It doesn’t only happen in dramatic ways. You can participate in eternal life by reading a bit of scripture, praying with the psalms, or naming God’s activity in the world around you.

And don’t worry. Even when you lose sight of things eternal—as we all do from time to time—God will find a way to reach toward you in covenant loyalty, as if to say, “I am here, and I will never go away. No matter what you do, no matter what you say, I am in this for keeps.” You just have to keep an eye out for it. You just have to remember that the one who formed you in your mother’s womb, who knew you even before you twinkled in the eye of some unknown beholder, is constantly calling you into eternal relationship even in this midst of this temporal world.

That eternal relationship is not a testament to something old or new, but to the one thing that is constant: the faithfulness of a God who never ceases to work the wonders of eternity. And so, we pray to behold those very wonders by recounting not only God’s saving deeds long past, but experiencing them today. 

Have you seen any lately? 

Maybe you have heard the story about the man who was extremely leery of doing too much for others? He said things like, “If you give these people too many handouts, they’ll get used to it and be back for more before you know it!”

One Sunday, some of his friends were able to convince him to tag along as they made their monthly visit to a large downtown parish where they helped serve a free community meal. As they arrived, he saw hundreds of people lined up around the block waiting. “What difference will one lunch make?” he asked. “Most of them still have to sleep outside tonight.”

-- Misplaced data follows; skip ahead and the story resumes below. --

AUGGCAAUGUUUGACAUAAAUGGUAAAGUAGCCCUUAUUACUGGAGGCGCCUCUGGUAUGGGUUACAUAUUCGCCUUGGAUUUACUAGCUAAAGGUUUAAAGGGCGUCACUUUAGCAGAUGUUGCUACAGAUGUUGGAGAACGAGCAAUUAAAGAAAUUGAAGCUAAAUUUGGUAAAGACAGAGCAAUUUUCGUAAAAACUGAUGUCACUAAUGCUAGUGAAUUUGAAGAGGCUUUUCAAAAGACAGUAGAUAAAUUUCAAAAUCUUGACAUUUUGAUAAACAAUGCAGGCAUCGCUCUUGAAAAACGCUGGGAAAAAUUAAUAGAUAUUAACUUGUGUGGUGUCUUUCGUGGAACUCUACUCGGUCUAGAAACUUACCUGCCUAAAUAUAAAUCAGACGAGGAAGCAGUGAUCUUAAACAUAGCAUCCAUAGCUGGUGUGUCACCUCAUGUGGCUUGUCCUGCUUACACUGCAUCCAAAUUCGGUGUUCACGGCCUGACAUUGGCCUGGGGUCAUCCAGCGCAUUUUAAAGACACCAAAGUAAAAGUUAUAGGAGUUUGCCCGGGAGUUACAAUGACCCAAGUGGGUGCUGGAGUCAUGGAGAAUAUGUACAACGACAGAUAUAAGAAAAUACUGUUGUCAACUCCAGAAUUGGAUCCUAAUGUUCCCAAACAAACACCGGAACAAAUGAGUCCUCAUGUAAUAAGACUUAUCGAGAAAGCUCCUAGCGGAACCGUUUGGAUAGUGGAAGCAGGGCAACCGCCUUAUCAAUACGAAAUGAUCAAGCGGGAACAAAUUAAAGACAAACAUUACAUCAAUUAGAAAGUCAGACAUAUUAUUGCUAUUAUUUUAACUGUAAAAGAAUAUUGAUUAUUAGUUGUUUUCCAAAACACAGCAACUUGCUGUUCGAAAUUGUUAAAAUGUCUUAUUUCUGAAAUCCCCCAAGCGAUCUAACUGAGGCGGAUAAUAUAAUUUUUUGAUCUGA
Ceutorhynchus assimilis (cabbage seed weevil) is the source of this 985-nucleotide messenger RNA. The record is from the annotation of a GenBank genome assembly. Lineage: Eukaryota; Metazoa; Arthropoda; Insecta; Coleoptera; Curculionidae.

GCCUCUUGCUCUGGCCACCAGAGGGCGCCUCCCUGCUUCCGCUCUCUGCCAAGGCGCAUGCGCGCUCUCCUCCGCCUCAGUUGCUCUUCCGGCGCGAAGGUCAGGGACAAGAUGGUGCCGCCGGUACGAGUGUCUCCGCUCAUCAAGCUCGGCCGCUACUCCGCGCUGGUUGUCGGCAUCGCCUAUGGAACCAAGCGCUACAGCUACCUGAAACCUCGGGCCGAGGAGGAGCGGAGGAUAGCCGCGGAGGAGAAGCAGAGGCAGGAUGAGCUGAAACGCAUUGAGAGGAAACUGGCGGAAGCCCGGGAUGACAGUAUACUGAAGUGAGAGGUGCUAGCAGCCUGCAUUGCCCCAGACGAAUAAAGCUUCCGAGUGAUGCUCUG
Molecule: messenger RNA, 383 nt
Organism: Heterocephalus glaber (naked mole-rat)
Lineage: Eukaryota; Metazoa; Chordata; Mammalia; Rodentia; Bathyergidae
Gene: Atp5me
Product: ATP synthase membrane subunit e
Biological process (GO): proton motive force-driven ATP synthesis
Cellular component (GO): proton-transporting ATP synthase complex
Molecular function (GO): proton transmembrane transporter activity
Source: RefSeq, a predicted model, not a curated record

Despite his initial attitude, his friends got him to go back again. And again. After they had taken him four or five times, he got to know a few of the folks who remembered his name. But it wasn’t until he began to remember their names that he finally started to understand the difference God was making in that place.

It was a difference that had very little to do with lumpy mashed potatoes and weak lemonade and much more to do with being named and claimed, with being called into relationship, with being there for someone you didn’t even know needed you.

It was a difference, the man finally realized, that had to do with his willingness to take an eternal perspective in the midst of a temporal world.

It’s so easy to say things like, “My salary could never buy enough food for all these people.” or “There’s a kid here with a couple loaves of bread, but I don’t know what good it’s going to do in a crowd this size.” 

But that kind of attitude isn’t going to help us see through a lens of eternity. We can do that only if we show up and faithfully start passing out what’s there. Once everyone’s had enough, we just might find that we are glimpsing the Kingdom of Heaven. Not only that, but we can make quite a nice meal from what’s left over.

The Rev. Warren Thomas Swenson is a Ph.D. student in the Department of Theology and Religious Studies at the University of Chester, where his research focuses on queer theology and homiletics. Warren also serves as associate priest of Southeast Tennessee Episcopal Ministry (STEM), a system of yoked congregations in the Diocese of Tennessee. He lives in Sewanee with his husband, Walker.

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Christopher Sikkema